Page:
Behavioural

The name saltbush fittingly describes a function of the species in which they retain salt in their leaves absorbed with water through osmosis. Optimal growth is achieved in places where the mean annual temperature is between 15–24 °C and where rainfall is between 230–650mm per annum, though conditions outside this range may be tolerated once the plant has become well established. A. nummularia primarily grows on alluvial or limestone soils and while extremely tolerant of both saline and alkaline conditions, it does not cope in an acidic environment. The species is able to grow in soils ranging from clays to sand, but is best suited to well-drained soils that have a deep profile.

Though a saline environment deters most pests A. nummularia is not totally immune. The lucerne flea (Sminthurus viridis) and red-legged earth mite(Halotydeus destructor) are the most common and can infest the plant, causing significant damage that results in the malformation of new growth. It may also become sporadically attacked by a native saltbush scale, usually managed naturally through environmental processes. A. nummularia is often used as a food source for the larvae of some species including Lepidoptera and provide a habitat for arthropods including arachnids such as Phidippus californicus.

Reproduction and dispersal

Atriplexnummularia
A. nummularia seeds

Atriplex nummularia generally produces small wind-pollinated flowers throughout the winter months (June–August), although this may vary according to seasonal temperature fluctuations. Seed production is often subject to immense variation with saltbush fruit commonly containing no seeds. The seeds that do develop typically mature during the months of spring (September–November). A. nummularia has a low weed potential as its fruit contains chemicals inhibiting germination and it does not regenerate well from seed. Seed dispersal primarily occurs through the consumption of diaspores including seeded fruit by livestock such as sheep and cattle.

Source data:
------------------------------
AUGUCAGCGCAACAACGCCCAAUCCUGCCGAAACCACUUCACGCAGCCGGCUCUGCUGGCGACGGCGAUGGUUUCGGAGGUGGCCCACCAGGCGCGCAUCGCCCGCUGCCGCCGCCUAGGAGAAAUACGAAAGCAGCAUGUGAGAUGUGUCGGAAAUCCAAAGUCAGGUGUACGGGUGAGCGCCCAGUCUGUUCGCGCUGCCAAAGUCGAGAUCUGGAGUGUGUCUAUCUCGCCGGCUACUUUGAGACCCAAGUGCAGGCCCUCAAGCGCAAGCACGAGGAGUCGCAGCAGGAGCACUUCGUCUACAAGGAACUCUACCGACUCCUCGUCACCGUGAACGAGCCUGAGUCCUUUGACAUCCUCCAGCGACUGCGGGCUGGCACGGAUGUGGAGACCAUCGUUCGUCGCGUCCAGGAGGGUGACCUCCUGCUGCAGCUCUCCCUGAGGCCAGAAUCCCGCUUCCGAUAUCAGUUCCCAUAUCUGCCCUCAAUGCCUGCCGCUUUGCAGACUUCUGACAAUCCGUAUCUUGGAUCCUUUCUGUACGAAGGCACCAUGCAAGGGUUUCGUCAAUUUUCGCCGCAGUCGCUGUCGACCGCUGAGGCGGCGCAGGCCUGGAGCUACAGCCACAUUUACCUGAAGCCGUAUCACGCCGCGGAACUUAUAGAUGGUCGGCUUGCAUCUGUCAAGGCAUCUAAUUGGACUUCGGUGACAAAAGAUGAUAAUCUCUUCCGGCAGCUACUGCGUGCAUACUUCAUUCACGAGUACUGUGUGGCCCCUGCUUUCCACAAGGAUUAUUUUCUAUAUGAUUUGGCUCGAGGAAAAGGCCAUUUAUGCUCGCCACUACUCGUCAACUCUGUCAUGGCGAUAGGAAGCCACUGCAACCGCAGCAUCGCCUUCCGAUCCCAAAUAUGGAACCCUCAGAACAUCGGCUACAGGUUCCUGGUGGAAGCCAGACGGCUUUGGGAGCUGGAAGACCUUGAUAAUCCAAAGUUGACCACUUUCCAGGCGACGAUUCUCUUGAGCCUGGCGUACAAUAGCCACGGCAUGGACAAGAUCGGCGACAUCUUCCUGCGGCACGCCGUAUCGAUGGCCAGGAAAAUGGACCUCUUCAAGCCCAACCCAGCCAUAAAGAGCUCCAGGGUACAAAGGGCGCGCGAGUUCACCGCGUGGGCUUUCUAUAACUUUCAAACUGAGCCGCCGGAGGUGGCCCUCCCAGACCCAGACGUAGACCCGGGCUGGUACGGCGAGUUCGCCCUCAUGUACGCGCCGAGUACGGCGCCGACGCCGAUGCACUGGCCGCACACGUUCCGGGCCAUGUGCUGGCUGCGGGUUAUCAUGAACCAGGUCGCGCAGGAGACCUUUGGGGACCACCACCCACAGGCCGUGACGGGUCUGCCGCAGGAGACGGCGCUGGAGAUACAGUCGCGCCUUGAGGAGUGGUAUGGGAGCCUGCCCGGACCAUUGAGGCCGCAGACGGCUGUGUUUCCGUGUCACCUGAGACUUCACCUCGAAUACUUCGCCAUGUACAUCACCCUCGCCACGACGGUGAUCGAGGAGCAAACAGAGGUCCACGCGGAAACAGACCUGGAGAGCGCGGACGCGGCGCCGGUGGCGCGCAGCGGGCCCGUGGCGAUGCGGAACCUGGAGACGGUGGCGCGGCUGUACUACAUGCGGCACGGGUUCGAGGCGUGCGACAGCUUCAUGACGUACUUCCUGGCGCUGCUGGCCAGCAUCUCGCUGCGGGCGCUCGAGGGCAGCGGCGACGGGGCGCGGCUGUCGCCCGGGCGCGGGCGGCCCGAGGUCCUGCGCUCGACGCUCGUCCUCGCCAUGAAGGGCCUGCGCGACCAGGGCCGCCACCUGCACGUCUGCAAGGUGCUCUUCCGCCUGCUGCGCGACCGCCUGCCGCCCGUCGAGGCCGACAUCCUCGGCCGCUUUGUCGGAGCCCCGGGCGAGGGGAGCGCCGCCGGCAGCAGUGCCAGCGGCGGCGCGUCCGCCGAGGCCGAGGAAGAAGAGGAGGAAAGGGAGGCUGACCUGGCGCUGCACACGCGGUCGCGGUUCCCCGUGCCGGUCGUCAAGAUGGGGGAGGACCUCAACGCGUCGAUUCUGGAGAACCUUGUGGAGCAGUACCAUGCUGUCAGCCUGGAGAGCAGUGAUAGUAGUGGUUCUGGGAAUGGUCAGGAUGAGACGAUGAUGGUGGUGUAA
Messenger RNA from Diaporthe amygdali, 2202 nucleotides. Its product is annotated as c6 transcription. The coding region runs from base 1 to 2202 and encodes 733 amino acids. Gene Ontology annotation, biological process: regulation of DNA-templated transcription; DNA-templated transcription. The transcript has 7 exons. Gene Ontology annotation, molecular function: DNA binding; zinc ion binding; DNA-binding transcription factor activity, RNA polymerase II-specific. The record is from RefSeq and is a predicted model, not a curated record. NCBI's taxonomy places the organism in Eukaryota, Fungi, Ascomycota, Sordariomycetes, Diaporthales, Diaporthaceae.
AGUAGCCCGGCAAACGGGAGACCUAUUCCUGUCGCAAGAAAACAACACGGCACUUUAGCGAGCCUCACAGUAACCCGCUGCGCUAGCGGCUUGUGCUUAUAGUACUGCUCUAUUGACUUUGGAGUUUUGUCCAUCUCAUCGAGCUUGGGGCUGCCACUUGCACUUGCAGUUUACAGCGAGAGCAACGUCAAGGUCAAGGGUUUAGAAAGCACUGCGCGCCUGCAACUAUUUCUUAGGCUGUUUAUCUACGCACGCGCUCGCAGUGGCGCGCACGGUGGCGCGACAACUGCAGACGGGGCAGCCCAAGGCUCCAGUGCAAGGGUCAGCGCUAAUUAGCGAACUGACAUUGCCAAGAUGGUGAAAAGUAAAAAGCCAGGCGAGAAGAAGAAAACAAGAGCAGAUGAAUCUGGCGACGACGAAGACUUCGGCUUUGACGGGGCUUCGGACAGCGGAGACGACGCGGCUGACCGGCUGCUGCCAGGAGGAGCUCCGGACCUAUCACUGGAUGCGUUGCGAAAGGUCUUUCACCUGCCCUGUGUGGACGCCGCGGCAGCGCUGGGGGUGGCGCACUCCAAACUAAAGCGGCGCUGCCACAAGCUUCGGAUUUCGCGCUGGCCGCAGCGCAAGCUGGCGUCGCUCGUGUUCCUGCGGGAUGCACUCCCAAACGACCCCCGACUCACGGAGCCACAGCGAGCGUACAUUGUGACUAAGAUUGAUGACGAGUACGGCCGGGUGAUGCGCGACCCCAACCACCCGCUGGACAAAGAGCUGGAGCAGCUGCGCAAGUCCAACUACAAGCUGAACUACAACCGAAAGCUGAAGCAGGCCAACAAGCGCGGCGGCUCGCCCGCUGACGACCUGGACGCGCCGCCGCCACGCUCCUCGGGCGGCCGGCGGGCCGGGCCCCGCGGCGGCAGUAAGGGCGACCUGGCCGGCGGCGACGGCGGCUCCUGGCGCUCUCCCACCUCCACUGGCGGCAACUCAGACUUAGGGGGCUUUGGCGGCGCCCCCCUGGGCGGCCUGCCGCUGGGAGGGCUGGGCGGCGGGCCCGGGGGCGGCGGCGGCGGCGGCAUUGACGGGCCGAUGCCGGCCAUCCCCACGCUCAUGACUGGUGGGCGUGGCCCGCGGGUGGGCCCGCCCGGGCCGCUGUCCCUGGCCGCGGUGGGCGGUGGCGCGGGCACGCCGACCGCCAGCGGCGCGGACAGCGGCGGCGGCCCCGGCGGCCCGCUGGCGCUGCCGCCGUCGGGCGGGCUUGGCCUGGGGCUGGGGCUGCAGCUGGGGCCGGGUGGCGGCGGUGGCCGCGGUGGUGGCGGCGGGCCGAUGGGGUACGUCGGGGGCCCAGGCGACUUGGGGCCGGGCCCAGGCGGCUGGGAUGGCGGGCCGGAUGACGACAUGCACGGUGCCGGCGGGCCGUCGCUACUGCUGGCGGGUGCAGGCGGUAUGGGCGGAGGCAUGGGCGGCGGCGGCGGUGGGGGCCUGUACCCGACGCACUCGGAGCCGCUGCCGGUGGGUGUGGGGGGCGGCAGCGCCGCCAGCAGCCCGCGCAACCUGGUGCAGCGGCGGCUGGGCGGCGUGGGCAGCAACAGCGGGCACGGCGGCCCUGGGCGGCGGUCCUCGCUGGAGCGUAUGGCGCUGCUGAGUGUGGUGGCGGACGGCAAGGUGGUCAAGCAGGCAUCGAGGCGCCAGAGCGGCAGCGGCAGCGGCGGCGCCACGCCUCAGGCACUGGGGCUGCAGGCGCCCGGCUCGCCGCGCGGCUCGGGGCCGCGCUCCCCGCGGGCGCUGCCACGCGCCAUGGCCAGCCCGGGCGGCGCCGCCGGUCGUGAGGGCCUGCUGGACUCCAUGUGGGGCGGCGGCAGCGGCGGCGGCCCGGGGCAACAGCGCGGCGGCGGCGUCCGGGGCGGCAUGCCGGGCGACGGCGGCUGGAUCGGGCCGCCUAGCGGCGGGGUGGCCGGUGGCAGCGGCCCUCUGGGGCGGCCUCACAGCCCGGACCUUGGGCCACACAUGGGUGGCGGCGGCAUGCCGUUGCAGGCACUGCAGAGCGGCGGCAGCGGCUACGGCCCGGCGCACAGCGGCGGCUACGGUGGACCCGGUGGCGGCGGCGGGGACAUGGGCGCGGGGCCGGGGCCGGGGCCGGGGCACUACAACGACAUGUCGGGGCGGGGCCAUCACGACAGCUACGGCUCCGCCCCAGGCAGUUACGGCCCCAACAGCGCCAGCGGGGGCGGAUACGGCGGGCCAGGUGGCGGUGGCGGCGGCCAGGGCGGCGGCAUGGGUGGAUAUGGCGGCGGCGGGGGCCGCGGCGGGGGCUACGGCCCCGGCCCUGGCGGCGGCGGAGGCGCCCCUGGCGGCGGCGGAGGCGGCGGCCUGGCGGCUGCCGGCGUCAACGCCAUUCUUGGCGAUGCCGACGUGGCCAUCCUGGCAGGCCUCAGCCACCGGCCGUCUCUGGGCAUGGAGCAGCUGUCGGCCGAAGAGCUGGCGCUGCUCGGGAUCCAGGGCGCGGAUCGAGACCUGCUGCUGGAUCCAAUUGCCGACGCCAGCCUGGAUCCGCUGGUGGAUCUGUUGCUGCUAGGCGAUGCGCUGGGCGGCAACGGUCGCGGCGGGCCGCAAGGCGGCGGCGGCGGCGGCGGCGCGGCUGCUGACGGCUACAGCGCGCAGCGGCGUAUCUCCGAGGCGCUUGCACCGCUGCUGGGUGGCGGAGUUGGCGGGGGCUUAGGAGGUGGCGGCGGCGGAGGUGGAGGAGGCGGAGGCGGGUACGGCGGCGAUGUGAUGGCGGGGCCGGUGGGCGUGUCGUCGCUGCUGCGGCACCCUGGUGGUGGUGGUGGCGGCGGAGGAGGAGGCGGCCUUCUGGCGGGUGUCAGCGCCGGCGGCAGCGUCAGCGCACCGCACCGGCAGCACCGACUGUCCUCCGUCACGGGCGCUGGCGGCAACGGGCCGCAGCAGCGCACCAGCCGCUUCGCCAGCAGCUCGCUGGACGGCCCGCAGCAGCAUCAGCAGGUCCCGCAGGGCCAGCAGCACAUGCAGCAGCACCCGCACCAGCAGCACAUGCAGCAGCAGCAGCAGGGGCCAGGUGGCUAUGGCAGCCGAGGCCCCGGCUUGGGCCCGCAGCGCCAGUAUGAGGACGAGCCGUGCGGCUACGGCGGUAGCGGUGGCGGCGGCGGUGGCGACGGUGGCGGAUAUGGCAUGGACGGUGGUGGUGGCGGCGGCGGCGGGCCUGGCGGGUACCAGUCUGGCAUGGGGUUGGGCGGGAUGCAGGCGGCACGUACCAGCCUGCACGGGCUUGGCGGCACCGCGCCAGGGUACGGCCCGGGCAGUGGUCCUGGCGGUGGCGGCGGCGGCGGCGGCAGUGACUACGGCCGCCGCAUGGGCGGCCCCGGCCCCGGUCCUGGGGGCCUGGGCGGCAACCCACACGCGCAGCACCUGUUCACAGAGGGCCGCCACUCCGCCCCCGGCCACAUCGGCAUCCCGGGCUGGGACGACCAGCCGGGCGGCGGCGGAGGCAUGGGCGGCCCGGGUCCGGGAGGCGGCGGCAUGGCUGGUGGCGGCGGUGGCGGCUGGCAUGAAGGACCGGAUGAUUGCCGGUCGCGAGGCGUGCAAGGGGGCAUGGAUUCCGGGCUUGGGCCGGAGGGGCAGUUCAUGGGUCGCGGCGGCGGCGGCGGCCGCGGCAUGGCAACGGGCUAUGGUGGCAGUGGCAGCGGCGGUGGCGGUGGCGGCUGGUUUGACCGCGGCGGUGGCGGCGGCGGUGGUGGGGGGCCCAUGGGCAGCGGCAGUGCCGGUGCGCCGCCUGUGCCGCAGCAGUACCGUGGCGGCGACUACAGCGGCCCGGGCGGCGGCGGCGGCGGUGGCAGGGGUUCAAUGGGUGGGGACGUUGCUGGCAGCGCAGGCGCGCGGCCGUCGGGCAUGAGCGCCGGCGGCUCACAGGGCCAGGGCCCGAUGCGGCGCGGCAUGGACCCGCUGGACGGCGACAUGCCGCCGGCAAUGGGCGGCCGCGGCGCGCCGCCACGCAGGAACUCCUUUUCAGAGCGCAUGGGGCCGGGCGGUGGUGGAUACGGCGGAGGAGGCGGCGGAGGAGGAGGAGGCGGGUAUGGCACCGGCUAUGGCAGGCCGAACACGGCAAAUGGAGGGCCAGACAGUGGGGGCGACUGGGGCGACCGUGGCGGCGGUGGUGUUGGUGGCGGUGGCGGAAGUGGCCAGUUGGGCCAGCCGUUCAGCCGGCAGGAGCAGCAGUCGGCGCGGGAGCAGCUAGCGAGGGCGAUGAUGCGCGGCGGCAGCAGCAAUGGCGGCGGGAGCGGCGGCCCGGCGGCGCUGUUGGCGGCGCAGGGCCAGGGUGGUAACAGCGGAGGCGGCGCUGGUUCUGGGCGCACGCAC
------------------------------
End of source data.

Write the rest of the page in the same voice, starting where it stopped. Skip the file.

Uses

Atriplex nummularia is among the most commonly utilised forage shrubs in Australia and has become widely cultivated for stock fodder. This is primarily a result of its propensity to survive in harsh environments subject to flooding, drought and high levels of salinity, as well as being palatable to livestock due to the elevated mineral content of the plant.

The seeds from the plant are a traditional food source for many Australian Aboriginal communities, both consuming them on their own and as a component of meals. A. nummularia is also used as a windbreak, stock shade, crop shelter-belt, screen or hedge, firebreak, erosion control and soil binder particularly for stabilising sand dunes as well as rehabilitating eroded or scorched soils.

Grubs found in the roots were eaten either raw or roasted by Noongar people, and the leaves and roots were mashed and boiled with water, to bathe skin sores wounds and burns, while early settlers reportedly drank the same decoction to treat scurvy.

Conservation actions

Atriplex nummularia occurs in several protected areas, including the following in New South Wales: